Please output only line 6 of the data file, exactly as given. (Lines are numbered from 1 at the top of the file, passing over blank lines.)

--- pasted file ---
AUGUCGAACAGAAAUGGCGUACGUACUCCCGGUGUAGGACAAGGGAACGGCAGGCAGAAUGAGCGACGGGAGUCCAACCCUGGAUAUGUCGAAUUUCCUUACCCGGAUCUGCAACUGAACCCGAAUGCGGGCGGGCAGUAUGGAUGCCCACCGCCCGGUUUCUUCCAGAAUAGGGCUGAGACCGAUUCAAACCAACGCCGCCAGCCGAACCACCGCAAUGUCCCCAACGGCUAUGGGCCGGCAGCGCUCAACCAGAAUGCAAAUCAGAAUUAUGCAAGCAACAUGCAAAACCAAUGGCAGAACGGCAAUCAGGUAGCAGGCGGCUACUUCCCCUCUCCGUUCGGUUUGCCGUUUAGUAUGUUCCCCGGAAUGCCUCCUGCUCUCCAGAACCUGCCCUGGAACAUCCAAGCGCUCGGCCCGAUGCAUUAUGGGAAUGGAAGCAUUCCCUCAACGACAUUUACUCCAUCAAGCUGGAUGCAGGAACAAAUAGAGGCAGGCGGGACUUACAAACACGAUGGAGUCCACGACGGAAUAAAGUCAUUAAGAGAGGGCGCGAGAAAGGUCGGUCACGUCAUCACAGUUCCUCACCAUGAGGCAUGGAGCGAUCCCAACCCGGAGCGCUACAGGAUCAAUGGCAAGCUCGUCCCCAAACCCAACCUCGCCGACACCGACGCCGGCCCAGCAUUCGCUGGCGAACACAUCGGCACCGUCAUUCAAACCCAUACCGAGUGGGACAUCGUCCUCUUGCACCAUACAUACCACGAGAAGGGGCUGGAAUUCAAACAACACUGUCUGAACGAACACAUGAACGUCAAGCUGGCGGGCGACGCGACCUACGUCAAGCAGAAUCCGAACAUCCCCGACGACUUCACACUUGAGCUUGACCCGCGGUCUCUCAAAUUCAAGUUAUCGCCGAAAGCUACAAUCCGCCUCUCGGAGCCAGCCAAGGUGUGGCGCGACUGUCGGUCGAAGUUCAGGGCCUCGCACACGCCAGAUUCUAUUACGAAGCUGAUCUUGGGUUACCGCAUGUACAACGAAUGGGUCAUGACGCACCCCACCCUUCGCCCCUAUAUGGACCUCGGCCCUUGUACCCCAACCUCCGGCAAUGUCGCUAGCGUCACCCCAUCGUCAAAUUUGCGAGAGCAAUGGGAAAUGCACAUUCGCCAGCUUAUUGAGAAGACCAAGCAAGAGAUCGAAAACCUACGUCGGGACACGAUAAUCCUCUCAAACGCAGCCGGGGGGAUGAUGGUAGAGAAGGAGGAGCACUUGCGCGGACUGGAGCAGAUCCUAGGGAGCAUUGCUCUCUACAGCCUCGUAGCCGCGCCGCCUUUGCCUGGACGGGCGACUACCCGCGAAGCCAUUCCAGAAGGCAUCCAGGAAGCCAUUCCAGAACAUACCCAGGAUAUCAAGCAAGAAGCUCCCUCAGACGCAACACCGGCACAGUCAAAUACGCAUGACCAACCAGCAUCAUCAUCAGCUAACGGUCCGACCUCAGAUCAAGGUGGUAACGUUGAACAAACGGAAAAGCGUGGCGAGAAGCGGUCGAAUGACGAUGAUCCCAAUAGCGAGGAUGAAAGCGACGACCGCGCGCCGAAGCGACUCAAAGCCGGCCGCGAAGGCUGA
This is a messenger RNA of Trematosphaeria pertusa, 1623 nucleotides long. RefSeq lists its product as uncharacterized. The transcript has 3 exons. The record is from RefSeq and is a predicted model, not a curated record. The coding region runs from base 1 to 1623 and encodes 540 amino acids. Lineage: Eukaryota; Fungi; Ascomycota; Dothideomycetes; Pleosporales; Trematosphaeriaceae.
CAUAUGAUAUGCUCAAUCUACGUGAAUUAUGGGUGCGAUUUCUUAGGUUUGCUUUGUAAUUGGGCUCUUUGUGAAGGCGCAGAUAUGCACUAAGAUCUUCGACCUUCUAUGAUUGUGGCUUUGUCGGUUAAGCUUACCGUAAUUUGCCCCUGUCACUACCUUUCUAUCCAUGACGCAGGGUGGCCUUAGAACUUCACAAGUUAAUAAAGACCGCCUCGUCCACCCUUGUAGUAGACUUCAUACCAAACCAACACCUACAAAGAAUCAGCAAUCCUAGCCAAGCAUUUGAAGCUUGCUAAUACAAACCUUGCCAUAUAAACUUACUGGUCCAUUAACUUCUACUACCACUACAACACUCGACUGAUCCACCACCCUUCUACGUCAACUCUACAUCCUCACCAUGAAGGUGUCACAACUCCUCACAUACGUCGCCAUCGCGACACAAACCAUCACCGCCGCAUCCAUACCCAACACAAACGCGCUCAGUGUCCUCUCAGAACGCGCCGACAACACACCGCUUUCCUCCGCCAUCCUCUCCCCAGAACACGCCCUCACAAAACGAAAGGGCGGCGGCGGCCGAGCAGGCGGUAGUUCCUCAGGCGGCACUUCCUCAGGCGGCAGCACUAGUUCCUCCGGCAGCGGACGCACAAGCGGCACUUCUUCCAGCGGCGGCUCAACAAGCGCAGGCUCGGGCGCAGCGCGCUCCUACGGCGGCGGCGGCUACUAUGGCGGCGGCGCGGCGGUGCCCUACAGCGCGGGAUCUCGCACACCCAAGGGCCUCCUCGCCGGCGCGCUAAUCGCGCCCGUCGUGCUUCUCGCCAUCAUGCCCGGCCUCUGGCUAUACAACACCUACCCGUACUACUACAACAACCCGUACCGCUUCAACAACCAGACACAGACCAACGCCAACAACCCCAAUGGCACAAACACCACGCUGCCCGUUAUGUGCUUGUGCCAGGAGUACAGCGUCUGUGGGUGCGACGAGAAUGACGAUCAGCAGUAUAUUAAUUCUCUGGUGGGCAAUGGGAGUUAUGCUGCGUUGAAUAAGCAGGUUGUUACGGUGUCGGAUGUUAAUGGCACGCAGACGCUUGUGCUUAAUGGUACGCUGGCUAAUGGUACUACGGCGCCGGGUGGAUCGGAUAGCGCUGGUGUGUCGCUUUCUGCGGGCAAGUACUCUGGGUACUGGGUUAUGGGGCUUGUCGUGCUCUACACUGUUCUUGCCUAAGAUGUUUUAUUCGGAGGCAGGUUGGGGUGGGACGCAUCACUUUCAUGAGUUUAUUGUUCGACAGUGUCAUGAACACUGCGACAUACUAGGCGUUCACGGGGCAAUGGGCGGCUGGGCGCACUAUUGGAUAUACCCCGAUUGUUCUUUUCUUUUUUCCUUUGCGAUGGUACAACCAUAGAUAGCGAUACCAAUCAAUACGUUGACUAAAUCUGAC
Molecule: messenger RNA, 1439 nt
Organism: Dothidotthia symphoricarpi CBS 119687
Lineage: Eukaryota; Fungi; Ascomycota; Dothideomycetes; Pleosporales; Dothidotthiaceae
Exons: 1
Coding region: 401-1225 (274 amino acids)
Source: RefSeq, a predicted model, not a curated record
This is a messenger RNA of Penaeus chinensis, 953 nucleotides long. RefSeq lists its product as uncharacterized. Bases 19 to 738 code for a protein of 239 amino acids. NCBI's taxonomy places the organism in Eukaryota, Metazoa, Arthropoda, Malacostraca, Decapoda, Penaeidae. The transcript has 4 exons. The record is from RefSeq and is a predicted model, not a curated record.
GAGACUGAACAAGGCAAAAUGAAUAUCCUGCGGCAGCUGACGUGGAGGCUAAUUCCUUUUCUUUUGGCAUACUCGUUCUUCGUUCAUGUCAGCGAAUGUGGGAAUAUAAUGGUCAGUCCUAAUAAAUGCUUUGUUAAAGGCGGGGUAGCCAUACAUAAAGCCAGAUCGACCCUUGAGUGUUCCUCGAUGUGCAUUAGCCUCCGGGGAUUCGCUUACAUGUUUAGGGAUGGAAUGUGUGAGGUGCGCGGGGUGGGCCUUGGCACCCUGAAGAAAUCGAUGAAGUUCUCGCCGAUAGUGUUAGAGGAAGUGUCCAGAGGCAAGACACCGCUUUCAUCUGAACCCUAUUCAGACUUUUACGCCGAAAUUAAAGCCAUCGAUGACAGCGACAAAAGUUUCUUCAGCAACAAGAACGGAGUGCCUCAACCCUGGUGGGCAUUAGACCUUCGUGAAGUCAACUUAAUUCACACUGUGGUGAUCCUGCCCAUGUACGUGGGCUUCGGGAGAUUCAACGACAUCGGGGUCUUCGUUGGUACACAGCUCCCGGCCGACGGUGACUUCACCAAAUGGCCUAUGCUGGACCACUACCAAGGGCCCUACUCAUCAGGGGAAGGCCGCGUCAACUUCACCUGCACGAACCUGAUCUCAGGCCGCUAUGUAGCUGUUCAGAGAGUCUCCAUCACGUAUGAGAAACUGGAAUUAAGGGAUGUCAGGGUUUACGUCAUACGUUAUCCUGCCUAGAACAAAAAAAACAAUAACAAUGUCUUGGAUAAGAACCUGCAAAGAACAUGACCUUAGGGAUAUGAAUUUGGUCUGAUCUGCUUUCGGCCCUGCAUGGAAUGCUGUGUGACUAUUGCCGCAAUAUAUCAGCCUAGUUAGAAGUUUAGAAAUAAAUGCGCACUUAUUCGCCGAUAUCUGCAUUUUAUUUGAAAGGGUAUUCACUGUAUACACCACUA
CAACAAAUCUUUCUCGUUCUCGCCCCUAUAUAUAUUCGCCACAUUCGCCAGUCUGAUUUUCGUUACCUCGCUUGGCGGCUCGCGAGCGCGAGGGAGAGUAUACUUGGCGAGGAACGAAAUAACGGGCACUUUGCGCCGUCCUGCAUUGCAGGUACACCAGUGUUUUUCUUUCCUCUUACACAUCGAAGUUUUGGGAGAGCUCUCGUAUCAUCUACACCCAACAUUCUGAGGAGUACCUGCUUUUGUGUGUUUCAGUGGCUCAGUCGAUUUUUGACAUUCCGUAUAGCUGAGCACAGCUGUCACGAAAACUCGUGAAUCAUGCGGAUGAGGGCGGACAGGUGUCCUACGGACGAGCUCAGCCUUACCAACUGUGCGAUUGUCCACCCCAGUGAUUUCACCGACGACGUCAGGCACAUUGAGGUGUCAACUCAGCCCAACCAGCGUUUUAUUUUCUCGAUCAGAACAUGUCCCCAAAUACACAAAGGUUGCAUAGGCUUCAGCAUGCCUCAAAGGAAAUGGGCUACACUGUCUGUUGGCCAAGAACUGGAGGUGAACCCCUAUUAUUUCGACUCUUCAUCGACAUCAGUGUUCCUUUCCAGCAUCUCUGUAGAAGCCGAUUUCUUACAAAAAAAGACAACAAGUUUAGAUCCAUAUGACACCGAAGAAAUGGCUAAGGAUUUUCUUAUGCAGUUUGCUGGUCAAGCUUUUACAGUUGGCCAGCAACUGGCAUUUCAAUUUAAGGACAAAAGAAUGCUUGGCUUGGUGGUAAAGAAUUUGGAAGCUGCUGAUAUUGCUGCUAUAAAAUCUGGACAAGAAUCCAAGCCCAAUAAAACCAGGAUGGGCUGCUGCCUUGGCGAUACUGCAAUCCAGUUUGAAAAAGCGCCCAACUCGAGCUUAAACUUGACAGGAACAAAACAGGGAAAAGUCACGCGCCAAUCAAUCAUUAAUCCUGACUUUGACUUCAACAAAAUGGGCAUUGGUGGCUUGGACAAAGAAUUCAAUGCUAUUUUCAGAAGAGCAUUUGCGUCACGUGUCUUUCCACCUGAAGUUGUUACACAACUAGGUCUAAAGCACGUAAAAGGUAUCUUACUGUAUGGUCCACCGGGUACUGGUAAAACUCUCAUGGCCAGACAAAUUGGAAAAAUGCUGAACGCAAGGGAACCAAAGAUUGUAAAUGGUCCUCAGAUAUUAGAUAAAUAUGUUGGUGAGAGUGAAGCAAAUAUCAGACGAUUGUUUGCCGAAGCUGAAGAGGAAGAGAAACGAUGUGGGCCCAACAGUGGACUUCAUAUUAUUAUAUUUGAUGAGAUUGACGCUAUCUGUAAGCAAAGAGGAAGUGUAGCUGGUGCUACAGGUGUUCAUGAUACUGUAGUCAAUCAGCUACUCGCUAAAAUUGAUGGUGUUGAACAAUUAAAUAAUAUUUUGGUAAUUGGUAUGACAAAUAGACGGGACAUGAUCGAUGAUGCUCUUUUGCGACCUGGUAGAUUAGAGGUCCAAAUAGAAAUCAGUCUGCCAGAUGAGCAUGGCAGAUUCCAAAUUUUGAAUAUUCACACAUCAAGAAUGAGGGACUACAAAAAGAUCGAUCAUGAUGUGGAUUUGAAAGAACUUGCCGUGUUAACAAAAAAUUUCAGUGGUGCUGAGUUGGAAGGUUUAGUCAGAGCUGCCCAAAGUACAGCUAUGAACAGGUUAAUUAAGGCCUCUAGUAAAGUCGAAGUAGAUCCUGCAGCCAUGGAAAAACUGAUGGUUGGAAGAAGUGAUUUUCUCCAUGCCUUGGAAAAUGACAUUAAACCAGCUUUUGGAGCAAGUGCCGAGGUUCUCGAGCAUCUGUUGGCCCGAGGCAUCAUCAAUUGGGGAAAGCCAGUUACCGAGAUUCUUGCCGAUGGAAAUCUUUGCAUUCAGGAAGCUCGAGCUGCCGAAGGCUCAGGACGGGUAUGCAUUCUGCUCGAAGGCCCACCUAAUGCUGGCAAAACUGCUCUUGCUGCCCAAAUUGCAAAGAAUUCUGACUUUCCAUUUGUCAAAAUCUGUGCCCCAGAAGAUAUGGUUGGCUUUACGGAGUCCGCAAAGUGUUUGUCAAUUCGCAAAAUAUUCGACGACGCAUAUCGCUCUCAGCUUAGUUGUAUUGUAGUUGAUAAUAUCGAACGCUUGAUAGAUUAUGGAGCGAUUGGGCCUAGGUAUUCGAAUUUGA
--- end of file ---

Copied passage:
Lineage: Eukaryota; Fungi; Ascomycota; Dothideomycetes; Pleosporales; Dothidotthiaceae